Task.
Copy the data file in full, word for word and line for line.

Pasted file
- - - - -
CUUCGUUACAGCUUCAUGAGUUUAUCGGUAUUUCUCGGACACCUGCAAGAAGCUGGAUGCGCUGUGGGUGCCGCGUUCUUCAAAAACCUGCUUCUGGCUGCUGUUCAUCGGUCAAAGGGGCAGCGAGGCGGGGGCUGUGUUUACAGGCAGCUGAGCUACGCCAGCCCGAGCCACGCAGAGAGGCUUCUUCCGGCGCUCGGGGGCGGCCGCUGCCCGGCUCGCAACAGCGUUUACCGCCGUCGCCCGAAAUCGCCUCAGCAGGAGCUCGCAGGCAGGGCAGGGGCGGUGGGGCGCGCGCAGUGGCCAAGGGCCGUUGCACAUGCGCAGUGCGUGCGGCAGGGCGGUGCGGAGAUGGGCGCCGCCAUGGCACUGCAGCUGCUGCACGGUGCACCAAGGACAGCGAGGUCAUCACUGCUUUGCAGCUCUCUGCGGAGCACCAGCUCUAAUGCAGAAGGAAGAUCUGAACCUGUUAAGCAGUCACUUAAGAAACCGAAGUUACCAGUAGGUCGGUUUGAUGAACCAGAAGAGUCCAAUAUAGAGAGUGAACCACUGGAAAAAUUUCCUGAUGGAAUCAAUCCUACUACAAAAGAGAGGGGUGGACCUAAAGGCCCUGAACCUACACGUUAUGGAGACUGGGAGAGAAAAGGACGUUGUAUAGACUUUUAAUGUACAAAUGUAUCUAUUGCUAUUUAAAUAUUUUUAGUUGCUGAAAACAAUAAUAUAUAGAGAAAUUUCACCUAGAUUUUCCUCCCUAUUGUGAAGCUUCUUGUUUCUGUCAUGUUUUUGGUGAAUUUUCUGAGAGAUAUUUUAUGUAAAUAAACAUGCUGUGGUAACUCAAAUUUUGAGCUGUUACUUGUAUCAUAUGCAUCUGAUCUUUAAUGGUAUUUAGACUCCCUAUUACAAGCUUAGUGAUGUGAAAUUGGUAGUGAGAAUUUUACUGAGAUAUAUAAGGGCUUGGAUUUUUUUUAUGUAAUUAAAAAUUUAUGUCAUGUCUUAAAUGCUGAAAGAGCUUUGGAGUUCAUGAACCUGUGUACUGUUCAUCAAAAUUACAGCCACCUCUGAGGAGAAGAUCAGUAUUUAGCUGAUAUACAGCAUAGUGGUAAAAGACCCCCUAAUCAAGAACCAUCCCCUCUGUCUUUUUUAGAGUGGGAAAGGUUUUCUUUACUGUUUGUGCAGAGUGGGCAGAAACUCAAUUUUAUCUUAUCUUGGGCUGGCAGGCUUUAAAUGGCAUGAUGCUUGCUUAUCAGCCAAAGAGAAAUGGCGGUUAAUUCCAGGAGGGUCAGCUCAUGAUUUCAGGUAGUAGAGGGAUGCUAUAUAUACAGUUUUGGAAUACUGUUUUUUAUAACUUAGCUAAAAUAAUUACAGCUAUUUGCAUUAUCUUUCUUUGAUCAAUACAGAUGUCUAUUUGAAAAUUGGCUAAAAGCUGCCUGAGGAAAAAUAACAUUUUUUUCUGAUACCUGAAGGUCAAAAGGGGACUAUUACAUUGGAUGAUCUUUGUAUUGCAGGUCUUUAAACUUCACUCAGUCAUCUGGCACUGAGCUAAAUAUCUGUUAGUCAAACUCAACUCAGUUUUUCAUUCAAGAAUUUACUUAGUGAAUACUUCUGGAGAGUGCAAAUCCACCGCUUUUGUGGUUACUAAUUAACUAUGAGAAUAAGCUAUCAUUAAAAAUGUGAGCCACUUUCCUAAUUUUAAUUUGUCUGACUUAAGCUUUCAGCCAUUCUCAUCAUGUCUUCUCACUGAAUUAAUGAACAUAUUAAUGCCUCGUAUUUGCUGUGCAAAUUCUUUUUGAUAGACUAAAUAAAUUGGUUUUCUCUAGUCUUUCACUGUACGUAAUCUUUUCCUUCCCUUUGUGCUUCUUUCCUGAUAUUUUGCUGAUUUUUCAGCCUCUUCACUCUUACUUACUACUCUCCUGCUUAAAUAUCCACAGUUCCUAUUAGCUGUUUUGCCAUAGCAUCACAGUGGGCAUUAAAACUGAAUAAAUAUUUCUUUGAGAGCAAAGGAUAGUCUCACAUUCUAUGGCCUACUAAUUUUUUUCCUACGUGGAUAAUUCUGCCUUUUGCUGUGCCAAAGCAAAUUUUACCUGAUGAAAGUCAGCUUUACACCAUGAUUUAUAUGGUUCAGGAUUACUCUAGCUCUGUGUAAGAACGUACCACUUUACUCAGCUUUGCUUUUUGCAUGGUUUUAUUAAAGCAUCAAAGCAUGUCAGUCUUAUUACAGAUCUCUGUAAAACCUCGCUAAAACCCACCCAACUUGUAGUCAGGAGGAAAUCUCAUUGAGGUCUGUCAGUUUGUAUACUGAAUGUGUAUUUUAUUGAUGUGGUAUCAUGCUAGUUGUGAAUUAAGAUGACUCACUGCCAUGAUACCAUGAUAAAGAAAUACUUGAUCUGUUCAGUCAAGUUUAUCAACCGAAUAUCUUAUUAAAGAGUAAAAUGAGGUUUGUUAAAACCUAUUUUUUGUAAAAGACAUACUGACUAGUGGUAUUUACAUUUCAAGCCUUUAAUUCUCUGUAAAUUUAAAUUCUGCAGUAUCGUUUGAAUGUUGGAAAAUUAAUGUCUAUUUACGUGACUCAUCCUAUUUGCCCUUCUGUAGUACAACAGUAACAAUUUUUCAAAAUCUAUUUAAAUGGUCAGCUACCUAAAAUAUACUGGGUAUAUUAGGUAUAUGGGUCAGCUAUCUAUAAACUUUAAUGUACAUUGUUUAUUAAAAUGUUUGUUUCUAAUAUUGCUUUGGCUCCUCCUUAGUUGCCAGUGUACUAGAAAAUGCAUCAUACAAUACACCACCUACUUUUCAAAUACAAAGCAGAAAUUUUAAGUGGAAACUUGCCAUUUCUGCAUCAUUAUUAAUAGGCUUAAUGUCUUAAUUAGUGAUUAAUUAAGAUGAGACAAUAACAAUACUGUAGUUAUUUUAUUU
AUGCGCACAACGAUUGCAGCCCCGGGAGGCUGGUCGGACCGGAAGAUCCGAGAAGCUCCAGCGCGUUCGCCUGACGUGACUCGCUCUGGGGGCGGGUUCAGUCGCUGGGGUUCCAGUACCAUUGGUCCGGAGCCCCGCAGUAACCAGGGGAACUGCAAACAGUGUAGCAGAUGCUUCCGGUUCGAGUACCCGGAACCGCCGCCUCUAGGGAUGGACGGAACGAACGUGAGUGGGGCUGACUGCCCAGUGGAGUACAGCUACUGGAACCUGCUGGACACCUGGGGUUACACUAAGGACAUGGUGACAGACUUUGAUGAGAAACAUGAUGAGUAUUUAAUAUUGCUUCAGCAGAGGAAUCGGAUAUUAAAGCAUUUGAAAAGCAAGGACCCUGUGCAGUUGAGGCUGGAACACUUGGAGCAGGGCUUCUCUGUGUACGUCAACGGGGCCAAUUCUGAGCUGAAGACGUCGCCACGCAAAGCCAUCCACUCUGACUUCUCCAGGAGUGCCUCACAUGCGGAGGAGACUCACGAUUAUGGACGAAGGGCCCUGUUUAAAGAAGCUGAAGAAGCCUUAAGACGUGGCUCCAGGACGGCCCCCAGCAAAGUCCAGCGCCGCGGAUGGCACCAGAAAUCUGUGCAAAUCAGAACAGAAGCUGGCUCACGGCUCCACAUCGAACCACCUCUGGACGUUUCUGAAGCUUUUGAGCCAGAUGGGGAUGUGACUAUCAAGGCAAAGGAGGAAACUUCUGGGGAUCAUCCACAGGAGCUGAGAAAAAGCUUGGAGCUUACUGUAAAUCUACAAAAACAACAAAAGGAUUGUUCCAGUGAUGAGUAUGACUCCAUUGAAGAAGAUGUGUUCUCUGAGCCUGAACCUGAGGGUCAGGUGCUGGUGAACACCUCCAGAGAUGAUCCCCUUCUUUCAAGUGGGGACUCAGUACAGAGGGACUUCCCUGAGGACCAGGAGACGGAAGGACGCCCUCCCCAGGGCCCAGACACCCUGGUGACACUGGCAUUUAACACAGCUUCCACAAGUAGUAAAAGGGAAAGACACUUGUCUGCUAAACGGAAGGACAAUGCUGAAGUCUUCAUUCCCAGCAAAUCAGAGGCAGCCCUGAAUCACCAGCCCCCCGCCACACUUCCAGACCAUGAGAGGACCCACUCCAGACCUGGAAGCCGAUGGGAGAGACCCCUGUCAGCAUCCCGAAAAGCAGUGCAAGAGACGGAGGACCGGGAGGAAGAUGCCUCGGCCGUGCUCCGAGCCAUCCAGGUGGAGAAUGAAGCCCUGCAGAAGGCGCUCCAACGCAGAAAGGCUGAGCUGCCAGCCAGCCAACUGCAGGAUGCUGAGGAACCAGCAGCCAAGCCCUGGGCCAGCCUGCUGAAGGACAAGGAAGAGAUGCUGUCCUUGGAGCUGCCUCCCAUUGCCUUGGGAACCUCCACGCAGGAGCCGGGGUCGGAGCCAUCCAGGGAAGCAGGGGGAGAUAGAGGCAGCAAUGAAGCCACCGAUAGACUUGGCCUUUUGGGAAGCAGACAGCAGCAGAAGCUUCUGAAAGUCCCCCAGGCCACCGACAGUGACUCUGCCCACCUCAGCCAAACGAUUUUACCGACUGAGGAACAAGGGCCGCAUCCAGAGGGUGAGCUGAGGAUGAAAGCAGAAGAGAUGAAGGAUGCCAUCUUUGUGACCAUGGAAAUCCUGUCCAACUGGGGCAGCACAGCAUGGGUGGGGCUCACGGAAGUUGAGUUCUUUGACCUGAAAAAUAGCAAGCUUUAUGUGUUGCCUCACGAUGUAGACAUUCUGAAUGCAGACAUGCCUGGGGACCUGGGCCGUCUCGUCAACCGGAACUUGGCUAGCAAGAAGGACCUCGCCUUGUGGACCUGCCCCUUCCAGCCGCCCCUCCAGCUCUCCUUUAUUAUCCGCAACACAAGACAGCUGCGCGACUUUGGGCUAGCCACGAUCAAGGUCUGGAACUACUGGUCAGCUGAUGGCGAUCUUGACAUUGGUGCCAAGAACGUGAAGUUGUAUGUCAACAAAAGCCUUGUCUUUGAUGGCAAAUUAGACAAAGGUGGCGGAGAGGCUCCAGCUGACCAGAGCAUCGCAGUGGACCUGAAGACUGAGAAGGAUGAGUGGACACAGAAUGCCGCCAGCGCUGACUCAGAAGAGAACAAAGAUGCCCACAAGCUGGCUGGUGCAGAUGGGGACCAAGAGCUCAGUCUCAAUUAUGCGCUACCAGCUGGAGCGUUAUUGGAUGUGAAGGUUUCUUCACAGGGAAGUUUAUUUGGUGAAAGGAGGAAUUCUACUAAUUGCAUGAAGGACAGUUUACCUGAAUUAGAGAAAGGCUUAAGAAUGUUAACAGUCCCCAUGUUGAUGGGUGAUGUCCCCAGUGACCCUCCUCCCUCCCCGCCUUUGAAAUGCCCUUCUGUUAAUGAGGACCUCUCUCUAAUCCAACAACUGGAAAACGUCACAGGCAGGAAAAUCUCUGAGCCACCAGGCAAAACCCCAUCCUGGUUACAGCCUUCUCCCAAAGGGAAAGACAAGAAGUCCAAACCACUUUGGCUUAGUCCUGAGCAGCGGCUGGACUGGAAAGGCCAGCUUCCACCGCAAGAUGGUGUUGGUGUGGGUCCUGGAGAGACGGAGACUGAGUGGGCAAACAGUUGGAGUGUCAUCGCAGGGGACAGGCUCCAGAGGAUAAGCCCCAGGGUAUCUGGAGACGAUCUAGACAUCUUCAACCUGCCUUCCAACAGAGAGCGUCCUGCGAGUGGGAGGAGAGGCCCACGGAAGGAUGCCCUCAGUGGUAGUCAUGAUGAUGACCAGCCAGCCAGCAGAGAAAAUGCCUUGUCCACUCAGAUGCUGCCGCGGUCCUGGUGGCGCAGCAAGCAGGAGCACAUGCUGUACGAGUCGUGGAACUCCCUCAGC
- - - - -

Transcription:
CUUCGUUACAGCUUCAUGAGUUUAUCGGUAUUUCUCGGACACCUGCAAGAAGCUGGAUGCGCUGUGGGUGCCGCGUUCUUCAAAAACCUGCUUCUGGCUGCUGUUCAUCGGUCAAAGGGGCAGCGAGGCGGGGGCUGUGUUUACAGGCAGCUGAGCUACGCCAGCCCGAGCCACGCAGAGAGGCUUCUUCCGGCGCUCGGGGGCGGCCGCUGCCCGGCUCGCAACAGCGUUUACCGCCGUCGCCCGAAAUCGCCUCAGCAGGAGCUCGCAGGCAGGGCAGGGGCGGUGGGGCGCGCGCAGUGGCCAAGGGCCGUUGCACAUGCGCAGUGCGUGCGGCAGGGCGGUGCGGAGAUGGGCGCCGCCAUGGCACUGCAGCUGCUGCACGGUGCACCAAGGACAGCGAGGUCAUCACUGCUUUGCAGCUCUCUGCGGAGCACCAGCUCUAAUGCAGAAGGAAGAUCUGAACCUGUUAAGCAGUCACUUAAGAAACCGAAGUUACCAGUAGGUCGGUUUGAUGAACCAGAAGAGUCCAAUAUAGAGAGUGAACCACUGGAAAAAUUUCCUGAUGGAAUCAAUCCUACUACAAAAGAGAGGGGUGGACCUAAAGGCCCUGAACCUACACGUUAUGGAGACUGGGAGAGAAAAGGACGUUGUAUAGACUUUUAAUGUACAAAUGUAUCUAUUGCUAUUUAAAUAUUUUUAGUUGCUGAAAACAAUAAUAUAUAGAGAAAUUUCACCUAGAUUUUCCUCCCUAUUGUGAAGCUUCUUGUUUCUGUCAUGUUUUUGGUGAAUUUUCUGAGAGAUAUUUUAUGUAAAUAAACAUGCUGUGGUAACUCAAAUUUUGAGCUGUUACUUGUAUCAUAUGCAUCUGAUCUUUAAUGGUAUUUAGACUCCCUAUUACAAGCUUAGUGAUGUGAAAUUGGUAGUGAGAAUUUUACUGAGAUAUAUAAGGGCUUGGAUUUUUUUUAUGUAAUUAAAAAUUUAUGUCAUGUCUUAAAUGCUGAAAGAGCUUUGGAGUUCAUGAACCUGUGUACUGUUCAUCAAAAUUACAGCCACCUCUGAGGAGAAGAUCAGUAUUUAGCUGAUAUACAGCAUAGUGGUAAAAGACCCCCUAAUCAAGAACCAUCCCCUCUGUCUUUUUUAGAGUGGGAAAGGUUUUCUUUACUGUUUGUGCAGAGUGGGCAGAAACUCAAUUUUAUCUUAUCUUGGGCUGGCAGGCUUUAAAUGGCAUGAUGCUUGCUUAUCAGCCAAAGAGAAAUGGCGGUUAAUUCCAGGAGGGUCAGCUCAUGAUUUCAGGUAGUAGAGGGAUGCUAUAUAUACAGUUUUGGAAUACUGUUUUUUAUAACUUAGCUAAAAUAAUUACAGCUAUUUGCAUUAUCUUUCUUUGAUCAAUACAGAUGUCUAUUUGAAAAUUGGCUAAAAGCUGCCUGAGGAAAAAUAACAUUUUUUUCUGAUACCUGAAGGUCAAAAGGGGACUAUUACAUUGGAUGAUCUUUGUAUUGCAGGUCUUUAAACUUCACUCAGUCAUCUGGCACUGAGCUAAAUAUCUGUUAGUCAAACUCAACUCAGUUUUUCAUUCAAGAAUUUACUUAGUGAAUACUUCUGGAGAGUGCAAAUCCACCGCUUUUGUGGUUACUAAUUAACUAUGAGAAUAAGCUAUCAUUAAAAAUGUGAGCCACUUUCCUAAUUUUAAUUUGUCUGACUUAAGCUUUCAGCCAUUCUCAUCAUGUCUUCUCACUGAAUUAAUGAACAUAUUAAUGCCUCGUAUUUGCUGUGCAAAUUCUUUUUGAUAGACUAAAUAAAUUGGUUUUCUCUAGUCUUUCACUGUACGUAAUCUUUUCCUUCCCUUUGUGCUUCUUUCCUGAUAUUUUGCUGAUUUUUCAGCCUCUUCACUCUUACUUACUACUCUCCUGCUUAAAUAUCCACAGUUCCUAUUAGCUGUUUUGCCAUAGCAUCACAGUGGGCAUUAAAACUGAAUAAAUAUUUCUUUGAGAGCAAAGGAUAGUCUCACAUUCUAUGGCCUACUAAUUUUUUUCCUACGUGGAUAAUUCUGCCUUUUGCUGUGCCAAAGCAAAUUUUACCUGAUGAAAGUCAGCUUUACACCAUGAUUUAUAUGGUUCAGGAUUACUCUAGCUCUGUGUAAGAACGUACCACUUUACUCAGCUUUGCUUUUUGCAUGGUUUUAUUAAAGCAUCAAAGCAUGUCAGUCUUAUUACAGAUCUCUGUAAAACCUCGCUAAAACCCACCCAACUUGUAGUCAGGAGGAAAUCUCAUUGAGGUCUGUCAGUUUGUAUACUGAAUGUGUAUUUUAUUGAUGUGGUAUCAUGCUAGUUGUGAAUUAAGAUGACUCACUGCCAUGAUACCAUGAUAAAGAAAUACUUGAUCUGUUCAGUCAAGUUUAUCAACCGAAUAUCUUAUUAAAGAGUAAAAUGAGGUUUGUUAAAACCUAUUUUUUGUAAAAGACAUACUGACUAGUGGUAUUUACAUUUCAAGCCUUUAAUUCUCUGUAAAUUUAAAUUCUGCAGUAUCGUUUGAAUGUUGGAAAAUUAAUGUCUAUUUACGUGACUCAUCCUAUUUGCCCUUCUGUAGUACAACAGUAACAAUUUUUCAAAAUCUAUUUAAAUGGUCAGCUACCUAAAAUAUACUGGGUAUAUUAGGUAUAUGGGUCAGCUAUCUAUAAACUUUAAUGUACAUUGUUUAUUAAAAUGUUUGUUUCUAAUAUUGCUUUGGCUCCUCCUUAGUUGCCAGUGUACUAGAAAAUGCAUCAUACAAUACACCACCUACUUUUCAAAUACAAAGCAGAAAUUUUAAGUGGAAACUUGCCAUUUCUGCAUCAUUAUUAAUAGGCUUAAUGUCUUAAUUAGUGAUUAAUUAAGAUGAGACAAUAACAAUACUGUAGUUAUUUUAUUU
AUGCGCACAACGAUUGCAGCCCCGGGAGGCUGGUCGGACCGGAAGAUCCGAGAAGCUCCAGCGCGUUCGCCUGACGUGACUCGCUCUGGGGGCGGGUUCAGUCGCUGGGGUUCCAGUACCAUUGGUCCGGAGCCCCGCAGUAACCAGGGGAACUGCAAACAGUGUAGCAGAUGCUUCCGGUUCGAGUACCCGGAACCGCCGCCUCUAGGGAUGGACGGAACGAACGUGAGUGGGGCUGACUGCCCAGUGGAGUACAGCUACUGGAACCUGCUGGACACCUGGGGUUACACUAAGGACAUGGUGACAGACUUUGAUGAGAAACAUGAUGAGUAUUUAAUAUUGCUUCAGCAGAGGAAUCGGAUAUUAAAGCAUUUGAAAAGCAAGGACCCUGUGCAGUUGAGGCUGGAACACUUGGAGCAGGGCUUCUCUGUGUACGUCAACGGGGCCAAUUCUGAGCUGAAGACGUCGCCACGCAAAGCCAUCCACUCUGACUUCUCCAGGAGUGCCUCACAUGCGGAGGAGACUCACGAUUAUGGACGAAGGGCCCUGUUUAAAGAAGCUGAAGAAGCCUUAAGACGUGGCUCCAGGACGGCCCCCAGCAAAGUCCAGCGCCGCGGAUGGCACCAGAAAUCUGUGCAAAUCAGAACAGAAGCUGGCUCACGGCUCCACAUCGAACCACCUCUGGACGUUUCUGAAGCUUUUGAGCCAGAUGGGGAUGUGACUAUCAAGGCAAAGGAGGAAACUUCUGGGGAUCAUCCACAGGAGCUGAGAAAAAGCUUGGAGCUUACUGUAAAUCUACAAAAACAACAAAAGGAUUGUUCCAGUGAUGAGUAUGACUCCAUUGAAGAAGAUGUGUUCUCUGAGCCUGAACCUGAGGGUCAGGUGCUGGUGAACACCUCCAGAGAUGAUCCCCUUCUUUCAAGUGGGGACUCAGUACAGAGGGACUUCCCUGAGGACCAGGAGACGGAAGGACGCCCUCCCCAGGGCCCAGACACCCUGGUGACACUGGCAUUUAACACAGCUUCCACAAGUAGUAAAAGGGAAAGACACUUGUCUGCUAAACGGAAGGACAAUGCUGAAGUCUUCAUUCCCAGCAAAUCAGAGGCAGCCCUGAAUCACCAGCCCCCCGCCACACUUCCAGACCAUGAGAGGACCCACUCCAGACCUGGAAGCCGAUGGGAGAGACCCCUGUCAGCAUCCCGAAAAGCAGUGCAAGAGACGGAGGACCGGGAGGAAGAUGCCUCGGCCGUGCUCCGAGCCAUCCAGGUGGAGAAUGAAGCCCUGCAGAAGGCGCUCCAACGCAGAAAGGCUGAGCUGCCAGCCAGCCAACUGCAGGAUGCUGAGGAACCAGCAGCCAAGCCCUGGGCCAGCCUGCUGAAGGACAAGGAAGAGAUGCUGUCCUUGGAGCUGCCUCCCAUUGCCUUGGGAACCUCCACGCAGGAGCCGGGGUCGGAGCCAUCCAGGGAAGCAGGGGGAGAUAGAGGCAGCAAUGAAGCCACCGAUAGACUUGGCCUUUUGGGAAGCAGACAGCAGCAGAAGCUUCUGAAAGUCCCCCAGGCCACCGACAGUGACUCUGCCCACCUCAGCCAAACGAUUUUACCGACUGAGGAACAAGGGCCGCAUCCAGAGGGUGAGCUGAGGAUGAAAGCAGAAGAGAUGAAGGAUGCCAUCUUUGUGACCAUGGAAAUCCUGUCCAACUGGGGCAGCACAGCAUGGGUGGGGCUCACGGAAGUUGAGUUCUUUGACCUGAAAAAUAGCAAGCUUUAUGUGUUGCCUCACGAUGUAGACAUUCUGAAUGCAGACAUGCCUGGGGACCUGGGCCGUCUCGUCAACCGGAACUUGGCUAGCAAGAAGGACCUCGCCUUGUGGACCUGCCCCUUCCAGCCGCCCCUCCAGCUCUCCUUUAUUAUCCGCAACACAAGACAGCUGCGCGACUUUGGGCUAGCCACGAUCAAGGUCUGGAACUACUGGUCAGCUGAUGGCGAUCUUGACAUUGGUGCCAAGAACGUGAAGUUGUAUGUCAACAAAAGCCUUGUCUUUGAUGGCAAAUUAGACAAAGGUGGCGGAGAGGCUCCAGCUGACCAGAGCAUCGCAGUGGACCUGAAGACUGAGAAGGAUGAGUGGACACAGAAUGCCGCCAGCGCUGACUCAGAAGAGAACAAAGAUGCCCACAAGCUGGCUGGUGCAGAUGGGGACCAAGAGCUCAGUCUCAAUUAUGCGCUACCAGCUGGAGCGUUAUUGGAUGUGAAGGUUUCUUCACAGGGAAGUUUAUUUGGUGAAAGGAGGAAUUCUACUAAUUGCAUGAAGGACAGUUUACCUGAAUUAGAGAAAGGCUUAAGAAUGUUAACAGUCCCCAUGUUGAUGGGUGAUGUCCCCAGUGACCCUCCUCCCUCCCCGCCUUUGAAAUGCCCUUCUGUUAAUGAGGACCUCUCUCUAAUCCAACAACUGGAAAACGUCACAGGCAGGAAAAUCUCUGAGCCACCAGGCAAAACCCCAUCCUGGUUACAGCCUUCUCCCAAAGGGAAAGACAAGAAGUCCAAACCACUUUGGCUUAGUCCUGAGCAGCGGCUGGACUGGAAAGGCCAGCUUCCACCGCAAGAUGGUGUUGGUGUGGGUCCUGGAGAGACGGAGACUGAGUGGGCAAACAGUUGGAGUGUCAUCGCAGGGGACAGGCUCCAGAGGAUAAGCCCCAGGGUAUCUGGAGACGAUCUAGACAUCUUCAACCUGCCUUCCAACAGAGAGCGUCCUGCGAGUGGGAGGAGAGGCCCACGGAAGGAUGCCCUCAGUGGUAGUCAUGAUGAUGACCAGCCAGCCAGCAGAGAAAAUGCCUUGUCCACUCAGAUGCUGCCGCGGUCCUGGUGGCGCAGCAAGCAGGAGCACAUGCUGUACGAGUCGUGGAACUCCCUCAGC